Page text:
Here's the real reason for that massive TTC meltdown yesterday
Snow can be terribly annoying for Toronto commuters, yes, and it does sometimes lead to absolutely horrendous public transit delays.
This wasn't the case yesterday, however (though you can still blame the weather for an uptick in car accidents on local highways).
TTC Spokesperson Stuart Green has confirmed that the cause of yesterday's massive, two-and-a-half hour service disruption on Line 2 of the Toronto subway system had nothing to do with snow or cold.
"It was not weather-related, but we understand how the conditions would serve to frustrate a bad situation," wrote Green on Twitter Thursday evening. "With apologies for the inconvenience."
Appreciate the explanation but lots ppl were late or worse, unable to get to their destinations. No refunds, so a waste of time & $. Next time delay happens, it'll be another issue that caused it, then another... How many delays/closures must we deal with?— 2B (@2B09389680) November 7, 2019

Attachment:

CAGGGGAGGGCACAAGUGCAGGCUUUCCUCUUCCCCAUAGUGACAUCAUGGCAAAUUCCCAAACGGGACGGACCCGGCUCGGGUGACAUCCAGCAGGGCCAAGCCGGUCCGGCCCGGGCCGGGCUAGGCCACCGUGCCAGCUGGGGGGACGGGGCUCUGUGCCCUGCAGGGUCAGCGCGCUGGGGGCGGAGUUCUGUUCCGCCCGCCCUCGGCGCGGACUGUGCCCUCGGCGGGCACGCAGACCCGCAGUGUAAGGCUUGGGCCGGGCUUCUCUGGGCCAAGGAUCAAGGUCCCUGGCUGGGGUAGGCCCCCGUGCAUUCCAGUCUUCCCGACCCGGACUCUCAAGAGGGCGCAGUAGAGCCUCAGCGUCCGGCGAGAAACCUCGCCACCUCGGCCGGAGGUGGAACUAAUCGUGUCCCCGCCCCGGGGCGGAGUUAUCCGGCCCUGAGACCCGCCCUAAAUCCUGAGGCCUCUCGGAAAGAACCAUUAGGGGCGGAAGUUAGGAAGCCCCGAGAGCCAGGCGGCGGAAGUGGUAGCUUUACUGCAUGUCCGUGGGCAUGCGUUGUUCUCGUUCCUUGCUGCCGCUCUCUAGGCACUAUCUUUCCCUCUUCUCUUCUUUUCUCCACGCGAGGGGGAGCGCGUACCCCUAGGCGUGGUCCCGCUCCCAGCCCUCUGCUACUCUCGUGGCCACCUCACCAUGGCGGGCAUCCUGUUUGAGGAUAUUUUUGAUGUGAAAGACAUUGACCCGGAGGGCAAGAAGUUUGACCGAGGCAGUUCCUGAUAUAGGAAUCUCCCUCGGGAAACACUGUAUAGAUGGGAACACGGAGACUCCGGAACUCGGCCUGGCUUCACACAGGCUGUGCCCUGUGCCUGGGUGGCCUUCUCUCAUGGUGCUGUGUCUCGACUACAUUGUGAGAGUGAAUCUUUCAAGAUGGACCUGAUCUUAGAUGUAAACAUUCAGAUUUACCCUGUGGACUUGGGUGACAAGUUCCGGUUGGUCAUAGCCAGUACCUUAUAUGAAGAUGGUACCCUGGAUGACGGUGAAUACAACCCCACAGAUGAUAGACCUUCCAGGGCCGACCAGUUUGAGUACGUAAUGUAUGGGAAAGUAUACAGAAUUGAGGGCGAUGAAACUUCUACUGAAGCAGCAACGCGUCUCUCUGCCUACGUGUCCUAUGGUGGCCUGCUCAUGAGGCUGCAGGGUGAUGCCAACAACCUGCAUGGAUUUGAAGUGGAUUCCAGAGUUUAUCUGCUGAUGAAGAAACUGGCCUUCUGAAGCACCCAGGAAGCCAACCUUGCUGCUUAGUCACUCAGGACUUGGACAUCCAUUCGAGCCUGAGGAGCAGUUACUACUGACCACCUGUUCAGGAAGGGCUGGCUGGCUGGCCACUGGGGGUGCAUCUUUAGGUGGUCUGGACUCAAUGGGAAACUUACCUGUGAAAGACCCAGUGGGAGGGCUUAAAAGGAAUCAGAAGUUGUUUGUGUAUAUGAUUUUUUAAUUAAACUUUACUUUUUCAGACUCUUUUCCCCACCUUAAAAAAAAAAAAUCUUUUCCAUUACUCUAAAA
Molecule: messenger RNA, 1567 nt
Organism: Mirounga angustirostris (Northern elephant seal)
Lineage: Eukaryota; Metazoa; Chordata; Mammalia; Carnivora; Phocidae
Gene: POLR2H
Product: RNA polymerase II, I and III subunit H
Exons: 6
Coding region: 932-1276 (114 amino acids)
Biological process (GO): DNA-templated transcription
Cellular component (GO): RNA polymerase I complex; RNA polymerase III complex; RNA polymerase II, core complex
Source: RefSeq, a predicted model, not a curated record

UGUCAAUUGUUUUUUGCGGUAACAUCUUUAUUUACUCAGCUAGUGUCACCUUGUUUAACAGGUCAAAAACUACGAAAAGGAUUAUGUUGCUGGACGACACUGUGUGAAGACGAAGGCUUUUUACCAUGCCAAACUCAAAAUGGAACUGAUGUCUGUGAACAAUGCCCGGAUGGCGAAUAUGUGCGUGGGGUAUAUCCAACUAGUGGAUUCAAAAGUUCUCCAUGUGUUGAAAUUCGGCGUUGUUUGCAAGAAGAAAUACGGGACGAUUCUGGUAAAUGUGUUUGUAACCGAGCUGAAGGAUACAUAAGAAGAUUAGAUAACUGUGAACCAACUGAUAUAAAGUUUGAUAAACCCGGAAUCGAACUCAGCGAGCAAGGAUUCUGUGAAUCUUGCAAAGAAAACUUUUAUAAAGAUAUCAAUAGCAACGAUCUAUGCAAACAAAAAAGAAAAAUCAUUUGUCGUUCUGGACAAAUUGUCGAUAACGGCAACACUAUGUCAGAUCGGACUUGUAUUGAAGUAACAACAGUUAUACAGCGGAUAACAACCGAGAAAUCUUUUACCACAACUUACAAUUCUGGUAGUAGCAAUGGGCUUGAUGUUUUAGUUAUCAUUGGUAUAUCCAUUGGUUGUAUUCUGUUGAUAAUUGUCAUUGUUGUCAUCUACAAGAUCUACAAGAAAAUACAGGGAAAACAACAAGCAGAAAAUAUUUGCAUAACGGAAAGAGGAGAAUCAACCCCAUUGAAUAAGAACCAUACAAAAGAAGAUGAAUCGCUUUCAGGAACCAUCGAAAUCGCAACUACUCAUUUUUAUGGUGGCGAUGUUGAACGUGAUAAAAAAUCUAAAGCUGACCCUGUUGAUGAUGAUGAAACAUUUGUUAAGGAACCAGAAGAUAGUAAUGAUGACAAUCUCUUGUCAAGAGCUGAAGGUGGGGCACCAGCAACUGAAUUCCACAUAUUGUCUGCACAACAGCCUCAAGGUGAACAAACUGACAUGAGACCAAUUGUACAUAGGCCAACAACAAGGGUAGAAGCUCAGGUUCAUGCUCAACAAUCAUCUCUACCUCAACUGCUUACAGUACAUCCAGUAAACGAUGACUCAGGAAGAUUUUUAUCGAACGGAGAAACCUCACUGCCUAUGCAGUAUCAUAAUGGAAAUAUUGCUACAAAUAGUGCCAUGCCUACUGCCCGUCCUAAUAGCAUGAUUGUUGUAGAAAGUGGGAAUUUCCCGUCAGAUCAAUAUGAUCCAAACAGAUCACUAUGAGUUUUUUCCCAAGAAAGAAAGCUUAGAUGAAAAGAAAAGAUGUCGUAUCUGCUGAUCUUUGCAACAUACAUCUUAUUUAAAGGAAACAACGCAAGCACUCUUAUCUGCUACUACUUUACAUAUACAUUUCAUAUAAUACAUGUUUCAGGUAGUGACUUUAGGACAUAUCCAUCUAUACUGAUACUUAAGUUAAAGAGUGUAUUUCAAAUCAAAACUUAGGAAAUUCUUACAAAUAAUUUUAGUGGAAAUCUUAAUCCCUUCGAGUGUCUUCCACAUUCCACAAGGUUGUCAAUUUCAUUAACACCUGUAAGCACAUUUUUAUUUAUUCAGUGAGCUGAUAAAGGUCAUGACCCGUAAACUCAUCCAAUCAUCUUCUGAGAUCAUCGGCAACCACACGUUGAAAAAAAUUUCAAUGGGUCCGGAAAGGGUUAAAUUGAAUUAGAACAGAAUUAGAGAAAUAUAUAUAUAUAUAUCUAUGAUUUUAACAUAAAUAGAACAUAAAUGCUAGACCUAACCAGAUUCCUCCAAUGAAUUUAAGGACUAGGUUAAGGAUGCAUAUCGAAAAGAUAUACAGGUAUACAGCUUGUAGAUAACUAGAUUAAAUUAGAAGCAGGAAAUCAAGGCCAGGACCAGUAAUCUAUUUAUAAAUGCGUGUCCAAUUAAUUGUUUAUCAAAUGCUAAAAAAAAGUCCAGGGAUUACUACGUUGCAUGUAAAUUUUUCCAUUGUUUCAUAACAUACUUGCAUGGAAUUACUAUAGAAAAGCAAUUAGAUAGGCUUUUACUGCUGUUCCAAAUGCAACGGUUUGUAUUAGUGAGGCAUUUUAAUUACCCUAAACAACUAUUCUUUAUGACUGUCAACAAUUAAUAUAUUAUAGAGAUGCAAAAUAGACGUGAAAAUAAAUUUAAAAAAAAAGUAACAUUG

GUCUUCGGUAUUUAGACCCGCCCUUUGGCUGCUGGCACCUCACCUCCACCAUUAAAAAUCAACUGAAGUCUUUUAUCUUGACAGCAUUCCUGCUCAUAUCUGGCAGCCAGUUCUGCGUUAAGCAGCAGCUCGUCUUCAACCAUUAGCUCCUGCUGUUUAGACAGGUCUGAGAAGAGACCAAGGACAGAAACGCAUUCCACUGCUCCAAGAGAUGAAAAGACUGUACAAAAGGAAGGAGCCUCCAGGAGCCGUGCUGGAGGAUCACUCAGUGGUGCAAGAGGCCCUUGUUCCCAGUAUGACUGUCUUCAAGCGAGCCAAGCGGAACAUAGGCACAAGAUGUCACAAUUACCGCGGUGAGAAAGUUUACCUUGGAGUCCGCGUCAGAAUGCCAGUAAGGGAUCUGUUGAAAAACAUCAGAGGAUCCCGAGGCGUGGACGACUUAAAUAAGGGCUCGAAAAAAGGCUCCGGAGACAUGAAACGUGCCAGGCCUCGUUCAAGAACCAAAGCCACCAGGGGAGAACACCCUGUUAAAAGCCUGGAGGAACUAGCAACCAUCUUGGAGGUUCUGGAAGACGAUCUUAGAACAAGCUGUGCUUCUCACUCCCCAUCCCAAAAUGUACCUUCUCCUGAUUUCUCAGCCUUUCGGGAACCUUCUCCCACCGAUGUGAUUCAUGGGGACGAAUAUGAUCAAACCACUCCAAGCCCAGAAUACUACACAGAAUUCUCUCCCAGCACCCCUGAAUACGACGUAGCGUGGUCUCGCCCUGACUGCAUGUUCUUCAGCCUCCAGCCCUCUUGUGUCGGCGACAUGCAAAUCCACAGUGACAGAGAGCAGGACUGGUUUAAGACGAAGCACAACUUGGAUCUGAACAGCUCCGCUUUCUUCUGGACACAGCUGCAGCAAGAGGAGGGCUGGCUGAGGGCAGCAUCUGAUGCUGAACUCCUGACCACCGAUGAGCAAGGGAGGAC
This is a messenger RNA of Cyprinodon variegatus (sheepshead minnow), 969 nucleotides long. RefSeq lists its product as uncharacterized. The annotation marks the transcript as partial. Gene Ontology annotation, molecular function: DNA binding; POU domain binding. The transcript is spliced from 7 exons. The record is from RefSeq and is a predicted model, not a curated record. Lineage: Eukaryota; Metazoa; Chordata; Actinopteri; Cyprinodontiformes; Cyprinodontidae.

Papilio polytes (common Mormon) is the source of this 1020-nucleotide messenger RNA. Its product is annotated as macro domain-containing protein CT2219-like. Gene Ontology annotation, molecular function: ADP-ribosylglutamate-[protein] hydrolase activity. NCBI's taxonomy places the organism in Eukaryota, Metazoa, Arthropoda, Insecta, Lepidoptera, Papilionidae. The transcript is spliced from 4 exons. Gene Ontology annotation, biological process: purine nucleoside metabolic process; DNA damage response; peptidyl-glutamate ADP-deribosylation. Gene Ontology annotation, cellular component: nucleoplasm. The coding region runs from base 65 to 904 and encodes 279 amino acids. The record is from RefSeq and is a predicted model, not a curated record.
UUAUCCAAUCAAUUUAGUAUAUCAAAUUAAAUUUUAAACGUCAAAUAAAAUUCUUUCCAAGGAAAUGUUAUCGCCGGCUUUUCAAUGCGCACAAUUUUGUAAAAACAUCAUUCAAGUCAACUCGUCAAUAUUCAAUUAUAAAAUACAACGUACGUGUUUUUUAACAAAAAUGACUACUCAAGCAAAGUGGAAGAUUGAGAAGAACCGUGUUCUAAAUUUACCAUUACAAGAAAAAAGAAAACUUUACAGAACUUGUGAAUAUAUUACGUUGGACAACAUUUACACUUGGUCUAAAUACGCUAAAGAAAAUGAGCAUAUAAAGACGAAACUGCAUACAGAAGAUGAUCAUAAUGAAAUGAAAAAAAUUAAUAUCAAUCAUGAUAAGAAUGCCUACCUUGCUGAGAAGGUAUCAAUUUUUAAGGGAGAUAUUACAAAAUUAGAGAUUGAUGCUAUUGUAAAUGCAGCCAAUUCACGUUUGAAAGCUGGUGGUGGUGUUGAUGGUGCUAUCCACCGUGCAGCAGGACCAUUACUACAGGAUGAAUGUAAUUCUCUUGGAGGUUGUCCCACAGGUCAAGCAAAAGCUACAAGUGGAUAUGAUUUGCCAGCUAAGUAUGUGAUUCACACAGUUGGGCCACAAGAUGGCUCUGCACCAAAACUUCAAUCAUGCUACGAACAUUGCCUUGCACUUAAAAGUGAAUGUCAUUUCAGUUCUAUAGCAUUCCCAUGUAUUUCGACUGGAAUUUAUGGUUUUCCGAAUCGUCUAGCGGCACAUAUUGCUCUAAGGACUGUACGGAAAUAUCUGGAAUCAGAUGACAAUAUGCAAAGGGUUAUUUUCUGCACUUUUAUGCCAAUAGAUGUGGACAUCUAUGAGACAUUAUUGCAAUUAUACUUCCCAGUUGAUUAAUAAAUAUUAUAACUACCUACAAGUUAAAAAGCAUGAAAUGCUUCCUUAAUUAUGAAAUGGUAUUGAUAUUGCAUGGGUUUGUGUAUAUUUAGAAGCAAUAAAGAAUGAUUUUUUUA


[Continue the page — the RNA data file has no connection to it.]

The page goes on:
Green attached a statement from TTC CEO Rick Leary to his message.
In it, Leary states that Thursday morning's "substantial delay" was caused not by snow, but by "corroded cable coming into contact with fencing at track level on the Bloor Viaduct, resulting in a shorting out of electrical power."
"The circuit breaker system ultimately worked as designed — it cut power to prevent any more serious damage to our system or significant damage to the bridge structure," he continued.
"As a result, we were unable to reestablish power on Line 2 for approximately 2.5 hours."
Leary admitted in his statement that the power shortage came at "the worst possible time — rush hour."
Leary also promised that TTC staff are taking all necessary actions to prevent something like this from happening again.
"This particular part of Line 2 is 53 years old and is already the subject of a thorough review of the entire line's infrastructure," he explained of where the shortage happened.
"The full assessment will be presented to the Board in Q4 2020. This will include ensuring that cable replacements are covered in this area for 2020-2023 state-of-good repair planning."
As for why Line 1 was messed up, Green says it was likely overflow from Line 2.
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